On-trade v off trade

Are bottle shops a bigger threat than supermarkets for pubs?

By Oli Gross

- Last updated on GMT

Are bottle shops a bigger threat than supermarkets for pubs?

Related tags Alcoholic beverage

Craft beer shops are drifting further onto pub territory, with many featuring bars serving tasters and pints to be consumed on site. Oli Gross investigates whether the evolution of the bottle shop poses a threat to the industry.

Craft beer continues to grow in popularity. Latest research by Mintel indicates 38% of drinkers drank a craft beer towards the end of last year.

The rise is largely viewed as a positive for the industry, due to the growing consumer enthusiasm for beer and willingness to pay premium prices.

But now hybrid on and off-licensed craft beer shops are becoming more common, and licensees are concerned about their impact on pubs.

Brewery shop

The Red Squirrel Brewery Shop, one of four shops owned by the brewery, opened less than a year ago in Berkhampstead.

The shop, which originally focusses on take-away sales, has expanded to serve pints on-site.

Greg Blesson insisted the venue is not a pub despite serving draught beers and tasters, as well as take-away growlers and bottles.

Nick Pembroke, licensee of The Gatsby, Berkhamstead, claimed the venue “wiping the floor” with nearby pubs.

He said: “Because they’re a shop they can sell it way cheaper than me, it’s ruining the pubs around here.”

Pembroke has spoken to other licensees in the area who said they’re struggling against the competition, and trade is at risk of being ‘destroyed’.

He continued: “They’re selling a bottle of Prosecco at £9, when I have to charge £30. It’s cheaper than Wetherspoon’s.

“It sets a precedent. Anyone in any town can take a shop and think they can turn it into a bar as well.”

Red Squirrel explained a bottle of Prosecco costs £10 at the shop.


Pembroke was suspicious that the shop may not have an on-trade licence, but Dacorum Council confirmed to the PMA​ that the venue’s on and off-trade licences were granted in February last year.

Red Squirrel’s owner said: “The vast majority are pleased we’re here. As we’re a small brewery we sell our products at a competitive price, but with other products we’re the same as everyone else.”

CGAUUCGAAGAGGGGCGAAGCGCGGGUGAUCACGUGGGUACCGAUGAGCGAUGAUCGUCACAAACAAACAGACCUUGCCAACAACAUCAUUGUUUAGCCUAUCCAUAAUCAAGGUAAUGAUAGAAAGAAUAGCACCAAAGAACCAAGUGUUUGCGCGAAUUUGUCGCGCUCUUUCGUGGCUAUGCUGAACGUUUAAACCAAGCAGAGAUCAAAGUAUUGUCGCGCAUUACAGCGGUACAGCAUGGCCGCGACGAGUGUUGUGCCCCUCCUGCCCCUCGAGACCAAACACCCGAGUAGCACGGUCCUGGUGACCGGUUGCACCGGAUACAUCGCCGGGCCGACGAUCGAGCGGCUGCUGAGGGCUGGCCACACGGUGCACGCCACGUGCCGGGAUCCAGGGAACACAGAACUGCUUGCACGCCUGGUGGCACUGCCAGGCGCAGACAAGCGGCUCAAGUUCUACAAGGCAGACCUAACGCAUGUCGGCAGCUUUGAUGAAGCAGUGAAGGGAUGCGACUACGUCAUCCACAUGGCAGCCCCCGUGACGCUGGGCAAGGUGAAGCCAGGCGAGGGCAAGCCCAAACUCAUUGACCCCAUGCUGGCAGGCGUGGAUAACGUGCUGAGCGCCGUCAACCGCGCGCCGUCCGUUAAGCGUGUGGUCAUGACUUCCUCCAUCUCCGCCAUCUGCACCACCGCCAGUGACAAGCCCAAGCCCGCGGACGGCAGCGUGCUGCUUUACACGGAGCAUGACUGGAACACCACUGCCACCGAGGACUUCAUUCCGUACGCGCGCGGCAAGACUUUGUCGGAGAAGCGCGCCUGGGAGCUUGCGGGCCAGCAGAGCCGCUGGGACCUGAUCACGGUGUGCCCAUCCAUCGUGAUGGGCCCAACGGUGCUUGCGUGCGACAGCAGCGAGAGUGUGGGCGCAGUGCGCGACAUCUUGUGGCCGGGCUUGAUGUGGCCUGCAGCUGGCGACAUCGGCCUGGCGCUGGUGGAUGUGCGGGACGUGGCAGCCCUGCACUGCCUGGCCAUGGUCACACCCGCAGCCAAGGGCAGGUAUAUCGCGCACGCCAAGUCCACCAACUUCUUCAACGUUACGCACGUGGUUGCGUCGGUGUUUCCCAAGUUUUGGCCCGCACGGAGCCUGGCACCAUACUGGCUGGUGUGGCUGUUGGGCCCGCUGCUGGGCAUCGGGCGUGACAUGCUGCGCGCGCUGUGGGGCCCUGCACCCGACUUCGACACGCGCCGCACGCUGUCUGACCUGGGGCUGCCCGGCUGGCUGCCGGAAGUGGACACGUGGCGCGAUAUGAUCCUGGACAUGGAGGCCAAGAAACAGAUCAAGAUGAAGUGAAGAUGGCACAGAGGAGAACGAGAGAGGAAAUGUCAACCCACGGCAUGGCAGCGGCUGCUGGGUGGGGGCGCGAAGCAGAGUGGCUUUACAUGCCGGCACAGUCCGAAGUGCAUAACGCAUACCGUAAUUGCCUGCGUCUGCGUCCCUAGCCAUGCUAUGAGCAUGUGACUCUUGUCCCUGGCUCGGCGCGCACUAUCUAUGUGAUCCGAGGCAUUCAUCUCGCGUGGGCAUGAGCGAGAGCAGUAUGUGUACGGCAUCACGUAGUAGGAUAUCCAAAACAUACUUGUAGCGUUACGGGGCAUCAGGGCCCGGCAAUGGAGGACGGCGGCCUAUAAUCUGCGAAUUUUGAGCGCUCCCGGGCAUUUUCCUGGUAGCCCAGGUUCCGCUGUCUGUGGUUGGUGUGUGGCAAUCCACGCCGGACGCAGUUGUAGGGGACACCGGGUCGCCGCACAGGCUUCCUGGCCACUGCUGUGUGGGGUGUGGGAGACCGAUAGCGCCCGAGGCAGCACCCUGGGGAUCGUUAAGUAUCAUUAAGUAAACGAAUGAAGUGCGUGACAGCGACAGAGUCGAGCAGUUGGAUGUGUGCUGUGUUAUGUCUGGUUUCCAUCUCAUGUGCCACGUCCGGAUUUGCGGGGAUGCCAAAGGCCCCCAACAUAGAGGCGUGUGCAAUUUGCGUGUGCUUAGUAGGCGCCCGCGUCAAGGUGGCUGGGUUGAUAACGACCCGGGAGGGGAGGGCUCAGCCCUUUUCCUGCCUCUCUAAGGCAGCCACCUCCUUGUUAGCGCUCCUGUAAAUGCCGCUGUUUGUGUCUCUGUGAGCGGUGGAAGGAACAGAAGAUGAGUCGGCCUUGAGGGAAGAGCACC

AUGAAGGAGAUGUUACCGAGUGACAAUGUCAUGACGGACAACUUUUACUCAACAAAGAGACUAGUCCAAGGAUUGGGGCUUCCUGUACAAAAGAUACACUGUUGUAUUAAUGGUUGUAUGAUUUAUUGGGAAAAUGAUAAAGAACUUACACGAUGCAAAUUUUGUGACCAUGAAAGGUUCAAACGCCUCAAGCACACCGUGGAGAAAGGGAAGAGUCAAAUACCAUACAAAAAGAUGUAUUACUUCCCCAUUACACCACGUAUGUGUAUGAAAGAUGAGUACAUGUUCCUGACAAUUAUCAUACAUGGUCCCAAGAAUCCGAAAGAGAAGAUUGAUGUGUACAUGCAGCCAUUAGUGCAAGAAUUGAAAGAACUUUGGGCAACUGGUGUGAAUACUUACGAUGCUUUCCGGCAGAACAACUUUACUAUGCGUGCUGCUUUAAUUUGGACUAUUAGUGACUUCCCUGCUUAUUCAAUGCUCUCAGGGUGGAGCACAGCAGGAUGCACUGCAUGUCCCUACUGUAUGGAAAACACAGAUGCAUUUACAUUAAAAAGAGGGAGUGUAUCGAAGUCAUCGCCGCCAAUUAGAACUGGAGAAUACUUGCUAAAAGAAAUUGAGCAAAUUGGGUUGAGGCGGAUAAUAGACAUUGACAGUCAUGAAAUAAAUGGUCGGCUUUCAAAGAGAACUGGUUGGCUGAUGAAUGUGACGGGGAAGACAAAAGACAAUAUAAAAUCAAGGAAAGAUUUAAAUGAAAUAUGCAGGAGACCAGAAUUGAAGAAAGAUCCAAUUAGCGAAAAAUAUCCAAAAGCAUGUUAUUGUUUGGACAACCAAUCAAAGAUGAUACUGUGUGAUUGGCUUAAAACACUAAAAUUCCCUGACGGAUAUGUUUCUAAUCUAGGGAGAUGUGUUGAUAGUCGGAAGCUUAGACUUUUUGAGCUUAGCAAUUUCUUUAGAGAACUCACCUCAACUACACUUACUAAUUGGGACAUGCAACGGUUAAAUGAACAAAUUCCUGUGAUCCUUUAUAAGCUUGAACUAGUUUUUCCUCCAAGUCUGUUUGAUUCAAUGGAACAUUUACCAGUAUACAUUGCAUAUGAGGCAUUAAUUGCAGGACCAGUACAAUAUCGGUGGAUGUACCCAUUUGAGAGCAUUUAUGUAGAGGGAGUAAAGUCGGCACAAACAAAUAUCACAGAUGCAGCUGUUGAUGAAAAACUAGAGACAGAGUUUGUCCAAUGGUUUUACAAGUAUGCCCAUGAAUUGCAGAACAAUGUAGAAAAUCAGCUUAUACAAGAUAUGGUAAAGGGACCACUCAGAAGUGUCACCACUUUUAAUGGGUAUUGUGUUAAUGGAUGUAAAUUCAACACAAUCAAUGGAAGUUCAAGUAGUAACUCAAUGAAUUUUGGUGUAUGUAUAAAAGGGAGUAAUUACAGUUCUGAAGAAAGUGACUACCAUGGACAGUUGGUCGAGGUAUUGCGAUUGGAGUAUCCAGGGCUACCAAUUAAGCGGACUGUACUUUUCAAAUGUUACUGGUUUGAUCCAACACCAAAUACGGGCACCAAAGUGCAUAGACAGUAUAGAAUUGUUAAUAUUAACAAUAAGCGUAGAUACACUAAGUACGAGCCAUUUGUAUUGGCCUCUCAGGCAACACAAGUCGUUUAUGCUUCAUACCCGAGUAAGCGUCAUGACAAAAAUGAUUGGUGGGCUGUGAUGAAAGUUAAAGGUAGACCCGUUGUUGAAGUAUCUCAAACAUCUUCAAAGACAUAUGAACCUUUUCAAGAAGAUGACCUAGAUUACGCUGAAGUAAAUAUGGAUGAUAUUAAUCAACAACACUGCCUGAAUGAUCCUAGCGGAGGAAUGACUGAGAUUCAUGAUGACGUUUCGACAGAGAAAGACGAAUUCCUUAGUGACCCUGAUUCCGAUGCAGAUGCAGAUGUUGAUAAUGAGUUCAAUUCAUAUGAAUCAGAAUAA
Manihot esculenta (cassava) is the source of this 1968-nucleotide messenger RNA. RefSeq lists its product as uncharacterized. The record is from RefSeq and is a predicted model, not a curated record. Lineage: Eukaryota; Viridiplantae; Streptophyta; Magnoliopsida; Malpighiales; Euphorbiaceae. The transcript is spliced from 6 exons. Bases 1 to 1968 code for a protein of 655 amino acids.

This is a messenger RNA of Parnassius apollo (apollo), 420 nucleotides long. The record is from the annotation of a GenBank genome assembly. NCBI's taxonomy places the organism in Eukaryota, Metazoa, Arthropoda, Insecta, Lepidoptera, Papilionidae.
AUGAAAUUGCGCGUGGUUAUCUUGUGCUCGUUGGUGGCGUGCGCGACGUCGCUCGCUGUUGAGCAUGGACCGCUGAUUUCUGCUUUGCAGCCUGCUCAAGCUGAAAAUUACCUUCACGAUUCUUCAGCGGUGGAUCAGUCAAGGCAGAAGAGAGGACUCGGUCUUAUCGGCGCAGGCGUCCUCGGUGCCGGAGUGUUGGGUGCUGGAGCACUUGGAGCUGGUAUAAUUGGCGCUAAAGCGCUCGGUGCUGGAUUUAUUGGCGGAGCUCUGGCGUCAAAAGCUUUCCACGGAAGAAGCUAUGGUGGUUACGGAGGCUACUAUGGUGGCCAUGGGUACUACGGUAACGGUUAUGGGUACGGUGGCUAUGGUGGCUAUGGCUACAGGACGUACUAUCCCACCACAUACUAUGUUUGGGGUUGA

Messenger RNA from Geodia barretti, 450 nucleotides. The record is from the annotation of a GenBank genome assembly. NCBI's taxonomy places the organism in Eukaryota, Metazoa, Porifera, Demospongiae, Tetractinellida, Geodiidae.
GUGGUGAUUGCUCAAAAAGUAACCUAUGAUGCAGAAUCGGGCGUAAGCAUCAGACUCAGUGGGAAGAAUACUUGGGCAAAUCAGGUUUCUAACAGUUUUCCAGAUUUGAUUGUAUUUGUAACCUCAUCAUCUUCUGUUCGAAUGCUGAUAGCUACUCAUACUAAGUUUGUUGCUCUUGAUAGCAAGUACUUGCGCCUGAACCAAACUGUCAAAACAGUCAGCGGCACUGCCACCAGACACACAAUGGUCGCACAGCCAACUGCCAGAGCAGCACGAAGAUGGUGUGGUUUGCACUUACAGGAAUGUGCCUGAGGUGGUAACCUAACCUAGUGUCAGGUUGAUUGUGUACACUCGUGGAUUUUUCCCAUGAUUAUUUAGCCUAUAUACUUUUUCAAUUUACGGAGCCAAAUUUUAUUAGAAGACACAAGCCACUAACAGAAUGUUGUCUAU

And Blesson doesn’t consider the Red Squirrel Brewey Shop as a direct competitor to pubs.

“We don’t open at the same hours, and are more interested in take-out sales,” he explained.

Bigger threat?

Distinct Pub Company’s James Penlington, who runs free houses the Russel Arms, Butlers Cross and The Bell Stoke Mandeville, both in Buckinghamshire, echoed the concerns of the shop’s neighbouring licensees, and argued that bottle shops are even more of a threat to pubs than supermarkets.

“Every pub can compete with the customer experience of a trip to the supermarket for 24 tins of beer to be enjoyed at home,” he said.

“This isn’t the case with bottle shops or brewery shops who offer a much improved experience and product, with some now boasting high street style bars including external seating areas and fully serviced toilet facilities. Not bad for a ‘shop.’”

He explained there are many “excellent” small brewery shops in Buckinghamshire which serve free tasters, with a retail price 40-50% cheaper than pubs, as cheap as £2.25 a pint.

The shops can still retain a high profit margin despite value prices due to gaining profits though take-away sales.

“Visit any of these fabulous businesses and you will often find them heaving with beer drinkers enjoying a social pint before taking a box or a growler home,” Penlington added.


Craft shop Bison Beer opened in Brighton last year. The venue sells 1.9l beer growlers which residents often drink on the neighbouring beach.

Since opening Bison has secured a seafront venue and plans to open the Bison Arms pub this summer.

While the pub and shop will stock similar products, the owners don’t see the two sites as competitors.

Co-founder Jack Cregan said: “I don’t think we would have decided to open a pub if we thought it was in direct competition with the shop.

“People come into our shop and ask for recommendations of pubs that sell good beer, it’s a different market even at shops where it’s drank at the shop.”

Cregan said anything that offers customers choice is a good thing.

“It’s part of the whole movement for better beer, anyone serving great beer is good for the industry,” he added

Johnathan Smith, partner at licensing specialist law firm Poppleston Allen, said shops that serve beer on site are operating ‘entirely within the law’ as long as they gain a licence, but warned that those without permission could face stiff punishments.

He explained: “If they do not and only have a licence for the sale of alcohol off the premises then the operator could face an unlimited fine, time in prison, a review of any licence they hold and closure.”

Related topics Beer

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